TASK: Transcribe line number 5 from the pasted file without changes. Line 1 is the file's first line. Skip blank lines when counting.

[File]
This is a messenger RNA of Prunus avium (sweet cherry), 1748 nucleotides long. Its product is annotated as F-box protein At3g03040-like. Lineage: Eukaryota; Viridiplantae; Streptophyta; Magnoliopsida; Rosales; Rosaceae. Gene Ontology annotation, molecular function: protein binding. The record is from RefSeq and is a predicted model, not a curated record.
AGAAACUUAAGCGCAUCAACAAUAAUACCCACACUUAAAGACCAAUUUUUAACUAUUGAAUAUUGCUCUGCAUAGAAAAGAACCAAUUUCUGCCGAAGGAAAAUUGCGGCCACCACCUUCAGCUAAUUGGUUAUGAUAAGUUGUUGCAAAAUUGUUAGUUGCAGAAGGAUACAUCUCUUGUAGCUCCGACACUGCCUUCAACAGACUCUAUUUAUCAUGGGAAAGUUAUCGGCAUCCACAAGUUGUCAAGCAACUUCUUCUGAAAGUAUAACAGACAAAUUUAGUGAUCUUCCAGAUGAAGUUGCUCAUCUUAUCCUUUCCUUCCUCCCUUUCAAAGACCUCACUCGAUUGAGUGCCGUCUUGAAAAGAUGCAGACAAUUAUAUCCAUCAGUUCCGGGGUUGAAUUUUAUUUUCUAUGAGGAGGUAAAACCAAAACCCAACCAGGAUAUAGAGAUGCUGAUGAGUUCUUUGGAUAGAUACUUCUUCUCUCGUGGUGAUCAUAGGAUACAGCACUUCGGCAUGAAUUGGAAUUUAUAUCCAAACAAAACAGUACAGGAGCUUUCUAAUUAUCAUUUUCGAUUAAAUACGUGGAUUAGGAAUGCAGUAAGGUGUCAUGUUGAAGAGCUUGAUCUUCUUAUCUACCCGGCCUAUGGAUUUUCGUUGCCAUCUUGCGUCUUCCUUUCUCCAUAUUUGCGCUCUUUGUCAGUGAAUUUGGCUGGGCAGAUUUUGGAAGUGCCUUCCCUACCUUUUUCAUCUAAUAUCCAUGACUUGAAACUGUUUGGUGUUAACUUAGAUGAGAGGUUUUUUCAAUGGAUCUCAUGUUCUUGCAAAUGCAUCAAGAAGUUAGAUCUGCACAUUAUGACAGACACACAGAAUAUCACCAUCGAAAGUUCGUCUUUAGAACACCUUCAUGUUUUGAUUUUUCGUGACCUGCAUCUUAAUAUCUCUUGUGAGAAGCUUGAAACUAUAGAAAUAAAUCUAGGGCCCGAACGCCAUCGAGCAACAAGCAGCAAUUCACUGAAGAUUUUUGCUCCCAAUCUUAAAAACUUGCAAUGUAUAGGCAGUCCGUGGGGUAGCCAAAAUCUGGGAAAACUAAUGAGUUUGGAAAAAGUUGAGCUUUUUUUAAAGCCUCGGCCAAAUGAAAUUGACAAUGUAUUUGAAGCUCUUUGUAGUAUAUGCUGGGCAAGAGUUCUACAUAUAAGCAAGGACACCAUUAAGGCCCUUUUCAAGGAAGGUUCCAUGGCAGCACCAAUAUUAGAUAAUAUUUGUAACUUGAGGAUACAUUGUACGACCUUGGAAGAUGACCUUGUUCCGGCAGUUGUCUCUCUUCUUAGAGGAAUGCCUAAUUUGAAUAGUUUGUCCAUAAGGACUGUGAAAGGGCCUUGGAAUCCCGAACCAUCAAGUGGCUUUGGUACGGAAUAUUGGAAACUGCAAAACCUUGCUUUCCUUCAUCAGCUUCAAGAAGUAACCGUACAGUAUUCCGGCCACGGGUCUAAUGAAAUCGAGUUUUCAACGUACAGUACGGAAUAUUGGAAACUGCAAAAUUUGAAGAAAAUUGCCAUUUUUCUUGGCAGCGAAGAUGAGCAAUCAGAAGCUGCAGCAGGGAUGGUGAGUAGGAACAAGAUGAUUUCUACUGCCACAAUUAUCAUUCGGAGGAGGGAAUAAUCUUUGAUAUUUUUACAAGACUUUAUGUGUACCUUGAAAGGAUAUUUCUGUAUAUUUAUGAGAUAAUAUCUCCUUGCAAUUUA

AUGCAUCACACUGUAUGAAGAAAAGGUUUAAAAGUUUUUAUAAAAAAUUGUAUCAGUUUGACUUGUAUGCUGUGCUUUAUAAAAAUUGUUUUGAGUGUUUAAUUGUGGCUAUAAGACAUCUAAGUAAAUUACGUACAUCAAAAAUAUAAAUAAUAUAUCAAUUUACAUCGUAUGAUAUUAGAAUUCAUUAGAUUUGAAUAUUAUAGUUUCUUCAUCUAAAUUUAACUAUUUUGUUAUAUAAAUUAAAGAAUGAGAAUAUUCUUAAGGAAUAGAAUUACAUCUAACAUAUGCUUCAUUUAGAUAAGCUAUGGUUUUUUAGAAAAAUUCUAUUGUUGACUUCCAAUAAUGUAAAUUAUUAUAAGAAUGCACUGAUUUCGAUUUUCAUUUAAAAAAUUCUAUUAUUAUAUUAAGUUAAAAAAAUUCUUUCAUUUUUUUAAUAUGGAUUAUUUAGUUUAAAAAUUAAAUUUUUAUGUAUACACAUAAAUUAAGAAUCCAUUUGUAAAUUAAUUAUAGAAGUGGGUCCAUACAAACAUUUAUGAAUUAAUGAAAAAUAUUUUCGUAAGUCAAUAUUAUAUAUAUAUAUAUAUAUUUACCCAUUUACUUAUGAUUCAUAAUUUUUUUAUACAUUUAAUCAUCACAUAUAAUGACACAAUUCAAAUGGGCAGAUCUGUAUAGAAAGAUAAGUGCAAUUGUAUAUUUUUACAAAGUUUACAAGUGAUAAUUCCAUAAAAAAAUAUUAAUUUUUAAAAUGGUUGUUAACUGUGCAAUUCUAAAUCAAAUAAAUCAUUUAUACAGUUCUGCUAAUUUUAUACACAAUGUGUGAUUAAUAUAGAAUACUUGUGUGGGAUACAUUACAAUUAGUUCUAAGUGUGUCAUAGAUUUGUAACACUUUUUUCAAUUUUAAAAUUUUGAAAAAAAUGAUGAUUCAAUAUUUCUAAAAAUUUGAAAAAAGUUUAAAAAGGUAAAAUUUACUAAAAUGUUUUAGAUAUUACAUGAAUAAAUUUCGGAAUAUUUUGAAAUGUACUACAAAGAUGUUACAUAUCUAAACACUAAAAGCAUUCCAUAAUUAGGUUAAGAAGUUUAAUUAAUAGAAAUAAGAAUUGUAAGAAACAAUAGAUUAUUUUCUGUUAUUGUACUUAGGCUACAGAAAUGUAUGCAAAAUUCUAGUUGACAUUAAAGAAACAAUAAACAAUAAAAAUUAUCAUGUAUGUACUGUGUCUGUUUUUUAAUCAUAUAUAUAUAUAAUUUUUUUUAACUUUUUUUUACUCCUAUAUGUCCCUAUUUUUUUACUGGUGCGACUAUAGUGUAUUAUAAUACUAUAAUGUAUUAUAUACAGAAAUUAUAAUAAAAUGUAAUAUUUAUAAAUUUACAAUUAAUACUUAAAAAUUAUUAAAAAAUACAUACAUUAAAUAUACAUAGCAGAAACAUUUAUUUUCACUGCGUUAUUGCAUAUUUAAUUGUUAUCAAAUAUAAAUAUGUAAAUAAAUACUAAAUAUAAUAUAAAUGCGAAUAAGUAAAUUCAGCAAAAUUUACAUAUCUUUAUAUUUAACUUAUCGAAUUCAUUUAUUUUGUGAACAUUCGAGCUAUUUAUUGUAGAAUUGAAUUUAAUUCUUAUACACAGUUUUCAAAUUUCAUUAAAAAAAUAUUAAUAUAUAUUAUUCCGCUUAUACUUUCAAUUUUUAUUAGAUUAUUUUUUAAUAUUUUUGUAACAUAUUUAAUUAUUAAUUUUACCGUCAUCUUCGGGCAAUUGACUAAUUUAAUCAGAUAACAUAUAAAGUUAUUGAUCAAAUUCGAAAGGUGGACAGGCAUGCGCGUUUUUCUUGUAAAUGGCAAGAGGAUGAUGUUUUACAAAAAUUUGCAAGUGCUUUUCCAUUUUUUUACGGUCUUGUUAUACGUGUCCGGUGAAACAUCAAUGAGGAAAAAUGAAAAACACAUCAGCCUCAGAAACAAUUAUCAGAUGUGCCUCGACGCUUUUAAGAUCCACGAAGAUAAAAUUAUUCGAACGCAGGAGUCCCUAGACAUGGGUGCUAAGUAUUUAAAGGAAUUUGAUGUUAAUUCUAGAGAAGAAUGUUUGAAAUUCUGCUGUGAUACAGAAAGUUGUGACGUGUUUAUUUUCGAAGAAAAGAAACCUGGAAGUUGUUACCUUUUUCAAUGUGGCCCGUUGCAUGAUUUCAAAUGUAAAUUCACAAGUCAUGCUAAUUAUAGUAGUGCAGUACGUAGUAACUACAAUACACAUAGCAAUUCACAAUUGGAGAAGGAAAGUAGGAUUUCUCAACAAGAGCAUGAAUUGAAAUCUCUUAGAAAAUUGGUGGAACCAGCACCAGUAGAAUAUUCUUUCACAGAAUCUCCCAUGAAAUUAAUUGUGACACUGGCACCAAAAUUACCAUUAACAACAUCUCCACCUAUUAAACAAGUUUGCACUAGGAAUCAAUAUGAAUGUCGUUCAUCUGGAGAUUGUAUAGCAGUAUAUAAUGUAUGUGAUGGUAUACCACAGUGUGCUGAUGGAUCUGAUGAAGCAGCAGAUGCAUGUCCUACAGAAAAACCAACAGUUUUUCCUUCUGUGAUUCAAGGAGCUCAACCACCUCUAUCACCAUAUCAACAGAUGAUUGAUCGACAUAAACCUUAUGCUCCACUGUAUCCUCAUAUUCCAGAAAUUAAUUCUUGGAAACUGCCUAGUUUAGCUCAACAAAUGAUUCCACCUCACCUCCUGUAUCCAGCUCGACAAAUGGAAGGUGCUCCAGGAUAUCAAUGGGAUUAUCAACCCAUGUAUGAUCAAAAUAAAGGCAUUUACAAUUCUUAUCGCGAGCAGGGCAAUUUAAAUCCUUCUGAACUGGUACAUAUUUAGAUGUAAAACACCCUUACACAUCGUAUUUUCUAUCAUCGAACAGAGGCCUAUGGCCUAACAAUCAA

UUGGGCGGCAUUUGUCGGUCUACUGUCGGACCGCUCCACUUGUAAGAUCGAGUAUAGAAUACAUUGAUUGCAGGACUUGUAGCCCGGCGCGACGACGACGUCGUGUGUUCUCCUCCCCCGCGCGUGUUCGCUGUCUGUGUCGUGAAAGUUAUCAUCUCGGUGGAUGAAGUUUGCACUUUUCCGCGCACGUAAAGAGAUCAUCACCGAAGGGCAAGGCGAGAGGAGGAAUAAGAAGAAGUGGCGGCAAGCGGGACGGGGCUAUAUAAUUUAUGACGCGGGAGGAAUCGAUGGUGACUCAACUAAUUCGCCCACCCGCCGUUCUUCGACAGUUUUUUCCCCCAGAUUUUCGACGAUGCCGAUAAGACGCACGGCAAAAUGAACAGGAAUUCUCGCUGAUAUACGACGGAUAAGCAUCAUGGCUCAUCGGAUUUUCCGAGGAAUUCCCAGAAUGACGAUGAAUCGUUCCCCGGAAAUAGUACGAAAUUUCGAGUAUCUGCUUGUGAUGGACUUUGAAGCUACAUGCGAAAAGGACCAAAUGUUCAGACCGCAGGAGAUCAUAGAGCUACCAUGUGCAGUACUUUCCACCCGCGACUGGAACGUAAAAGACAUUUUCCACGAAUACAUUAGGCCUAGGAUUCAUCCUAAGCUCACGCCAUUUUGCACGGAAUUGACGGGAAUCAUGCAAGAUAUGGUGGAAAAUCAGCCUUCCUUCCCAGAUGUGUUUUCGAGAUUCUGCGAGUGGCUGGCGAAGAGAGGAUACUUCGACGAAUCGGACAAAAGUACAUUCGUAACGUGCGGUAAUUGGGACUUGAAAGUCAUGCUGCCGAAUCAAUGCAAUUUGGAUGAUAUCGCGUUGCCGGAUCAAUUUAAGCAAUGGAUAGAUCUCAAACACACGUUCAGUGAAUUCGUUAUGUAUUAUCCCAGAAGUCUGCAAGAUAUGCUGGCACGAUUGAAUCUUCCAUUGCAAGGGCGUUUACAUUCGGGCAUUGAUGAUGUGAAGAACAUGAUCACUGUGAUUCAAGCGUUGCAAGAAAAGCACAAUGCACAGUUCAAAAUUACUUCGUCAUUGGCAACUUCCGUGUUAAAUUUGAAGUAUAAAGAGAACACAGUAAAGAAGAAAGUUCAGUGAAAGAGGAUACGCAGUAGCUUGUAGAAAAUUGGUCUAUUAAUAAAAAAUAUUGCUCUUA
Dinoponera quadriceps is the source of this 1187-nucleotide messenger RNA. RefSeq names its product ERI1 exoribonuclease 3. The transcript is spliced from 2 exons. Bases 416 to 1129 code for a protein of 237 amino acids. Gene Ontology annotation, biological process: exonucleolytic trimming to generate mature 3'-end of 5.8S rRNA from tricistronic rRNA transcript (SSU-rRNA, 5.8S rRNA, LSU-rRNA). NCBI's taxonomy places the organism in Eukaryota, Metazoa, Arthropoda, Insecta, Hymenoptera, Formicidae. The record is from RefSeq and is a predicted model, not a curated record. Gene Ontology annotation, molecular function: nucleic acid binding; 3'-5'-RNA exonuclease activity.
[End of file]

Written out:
Dinoponera quadriceps is the source of this 1187-nucleotide messenger RNA. RefSeq names its product ERI1 exoribonuclease 3. The transcript is spliced from 2 exons. Bases 416 to 1129 code for a protein of 237 amino acids. Gene Ontology annotation, biological process: exonucleolytic trimming to generate mature 3'-end of 5.8S rRNA from tricistronic rRNA transcript (SSU-rRNA, 5.8S rRNA, LSU-rRNA). NCBI's taxonomy places the organism in Eukaryota, Metazoa, Arthropoda, Insecta, Hymenoptera, Formicidae. The record is from RefSeq and is a predicted model, not a curated record. Gene Ontology annotation, molecular function: nucleic acid binding; 3'-5'-RNA exonuclease activity.